There was a strong need to improve communication between HCPs across health care contexts. PT4: “There seems to be a lack of communication between neurologists and the physiatrist. I don’t understand the history behind that.” Participants expressed concern as to how to make sure messages, knowledge of options, and client experience are more consistent. They expressed concern with the absence of a consistent pathway for persons with MS and felt that a lack of continuity means people with MS are often left to be their own self-advocates (and/or look to other less-trained individuals who may not fully understand the intricacies of MS to safely support or prescribe exercise to people with MS). Several participants were unaware of existing resources such as MS nurses, new diagnosis packages through the MS Society, existing guidelines for PA in mild-to-moderate MS, or even the most recent evidence for PA effectiveness in the management of MS. Physiatrist 1: “You have to know what’s available.” Neurologist 1: “I definitely don’t.” Physiatrist 2: “I think historically there have been better community connections. I don’t always feel like I’m up to speed. It would be great if we could know about what’s going on in the community or had a way of staying on top of it.”
When considering communication, participants described the need for a way to stay up to date with the scientific evidence and best practice guidelines. Across all disciplines there was a lack of awareness of what resources do exist paired with the belief that there was also a lack of resources (elaborated on in theme 4).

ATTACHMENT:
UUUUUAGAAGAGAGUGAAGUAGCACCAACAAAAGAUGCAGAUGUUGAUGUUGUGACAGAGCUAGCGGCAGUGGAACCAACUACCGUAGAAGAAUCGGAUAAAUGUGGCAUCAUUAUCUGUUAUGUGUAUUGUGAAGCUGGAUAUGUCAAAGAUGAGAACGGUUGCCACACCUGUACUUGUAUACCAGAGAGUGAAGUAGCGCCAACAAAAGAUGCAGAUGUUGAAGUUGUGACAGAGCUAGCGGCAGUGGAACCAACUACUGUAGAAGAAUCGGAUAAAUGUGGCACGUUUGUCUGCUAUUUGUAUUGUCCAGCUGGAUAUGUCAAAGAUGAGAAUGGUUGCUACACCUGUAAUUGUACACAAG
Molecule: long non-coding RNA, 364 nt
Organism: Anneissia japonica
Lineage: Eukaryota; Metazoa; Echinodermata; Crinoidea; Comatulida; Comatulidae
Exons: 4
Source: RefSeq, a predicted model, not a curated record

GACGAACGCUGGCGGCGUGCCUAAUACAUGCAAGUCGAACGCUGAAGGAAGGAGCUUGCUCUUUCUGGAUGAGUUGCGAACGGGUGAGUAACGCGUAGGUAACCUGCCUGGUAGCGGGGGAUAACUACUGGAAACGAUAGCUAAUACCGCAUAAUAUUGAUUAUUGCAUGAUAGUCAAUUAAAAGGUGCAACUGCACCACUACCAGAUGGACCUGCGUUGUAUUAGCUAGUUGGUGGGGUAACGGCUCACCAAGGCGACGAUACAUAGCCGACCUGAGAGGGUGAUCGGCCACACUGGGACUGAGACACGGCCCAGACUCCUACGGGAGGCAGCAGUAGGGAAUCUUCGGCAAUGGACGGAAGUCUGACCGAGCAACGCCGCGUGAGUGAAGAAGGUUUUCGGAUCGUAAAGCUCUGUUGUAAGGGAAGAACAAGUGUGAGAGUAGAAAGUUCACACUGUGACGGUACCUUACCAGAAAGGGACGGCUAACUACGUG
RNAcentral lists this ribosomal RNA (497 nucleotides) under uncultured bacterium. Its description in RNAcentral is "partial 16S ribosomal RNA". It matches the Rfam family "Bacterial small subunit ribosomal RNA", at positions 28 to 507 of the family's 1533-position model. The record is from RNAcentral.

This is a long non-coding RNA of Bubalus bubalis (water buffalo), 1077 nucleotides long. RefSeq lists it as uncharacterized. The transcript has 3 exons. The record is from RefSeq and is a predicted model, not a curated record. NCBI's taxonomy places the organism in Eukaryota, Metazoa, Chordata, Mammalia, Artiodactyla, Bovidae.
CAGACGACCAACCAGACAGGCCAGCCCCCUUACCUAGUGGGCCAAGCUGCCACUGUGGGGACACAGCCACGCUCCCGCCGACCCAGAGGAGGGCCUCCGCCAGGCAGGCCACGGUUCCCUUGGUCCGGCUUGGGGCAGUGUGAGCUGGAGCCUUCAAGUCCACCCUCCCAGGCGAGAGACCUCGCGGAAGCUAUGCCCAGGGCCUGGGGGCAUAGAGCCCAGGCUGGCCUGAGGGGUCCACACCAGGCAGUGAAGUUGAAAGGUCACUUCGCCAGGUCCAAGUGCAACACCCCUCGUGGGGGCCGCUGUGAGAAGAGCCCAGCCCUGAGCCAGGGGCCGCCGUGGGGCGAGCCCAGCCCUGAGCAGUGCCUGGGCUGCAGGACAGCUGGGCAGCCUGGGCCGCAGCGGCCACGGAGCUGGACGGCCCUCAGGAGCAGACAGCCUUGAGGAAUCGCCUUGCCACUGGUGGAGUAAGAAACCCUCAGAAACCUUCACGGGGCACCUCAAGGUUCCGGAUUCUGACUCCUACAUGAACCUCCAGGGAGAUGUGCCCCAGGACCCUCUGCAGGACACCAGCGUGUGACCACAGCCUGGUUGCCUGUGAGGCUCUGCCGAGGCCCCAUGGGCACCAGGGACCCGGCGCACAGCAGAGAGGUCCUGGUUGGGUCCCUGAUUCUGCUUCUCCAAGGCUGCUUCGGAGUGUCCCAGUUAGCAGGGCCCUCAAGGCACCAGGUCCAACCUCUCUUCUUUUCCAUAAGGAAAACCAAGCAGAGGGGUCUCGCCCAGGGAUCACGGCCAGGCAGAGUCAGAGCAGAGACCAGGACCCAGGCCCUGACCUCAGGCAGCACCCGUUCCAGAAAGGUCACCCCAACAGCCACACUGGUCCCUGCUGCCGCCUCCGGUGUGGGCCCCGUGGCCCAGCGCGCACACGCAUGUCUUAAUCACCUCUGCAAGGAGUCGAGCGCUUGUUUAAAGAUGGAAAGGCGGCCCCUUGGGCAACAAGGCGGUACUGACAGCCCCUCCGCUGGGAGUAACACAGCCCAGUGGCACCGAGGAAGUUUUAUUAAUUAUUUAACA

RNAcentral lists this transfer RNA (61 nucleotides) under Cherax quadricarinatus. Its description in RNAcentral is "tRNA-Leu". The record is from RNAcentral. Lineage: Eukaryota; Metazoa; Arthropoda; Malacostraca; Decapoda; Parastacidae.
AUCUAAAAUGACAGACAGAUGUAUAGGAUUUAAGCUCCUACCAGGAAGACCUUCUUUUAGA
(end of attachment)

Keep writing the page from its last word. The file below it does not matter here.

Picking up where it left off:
Timely Access to Relevant Care: Being Proactive Rather than Reactive
The view that current practice lacks emphasis on promoting, prescribing, and monitoring PA behavior was consistent across disciplines and health care contexts and was attributed to a lack of time, access, and resources. As one nurse said, “there are just a lack of resources in the community and health region, and barriers. Real barriers and we need someone to help them [people with MS] problem solve.” Regarding time, HCPs expressed concerns with the infrequency of visits to the MS speciality clinic (eg, only annually or biannually), long waitlists (for rehabilitation services), lack of follow-up, and the short length of time they are able to spend with persons with MS. Concerning which HCP could best prescribe exercise for people with MS, physiatrist 1 thought that “physiotherapy is ideal, but … our system is stretched from the physio perspective, and there are other things that physios need to do.” This suggests that there are barriers at the health system level.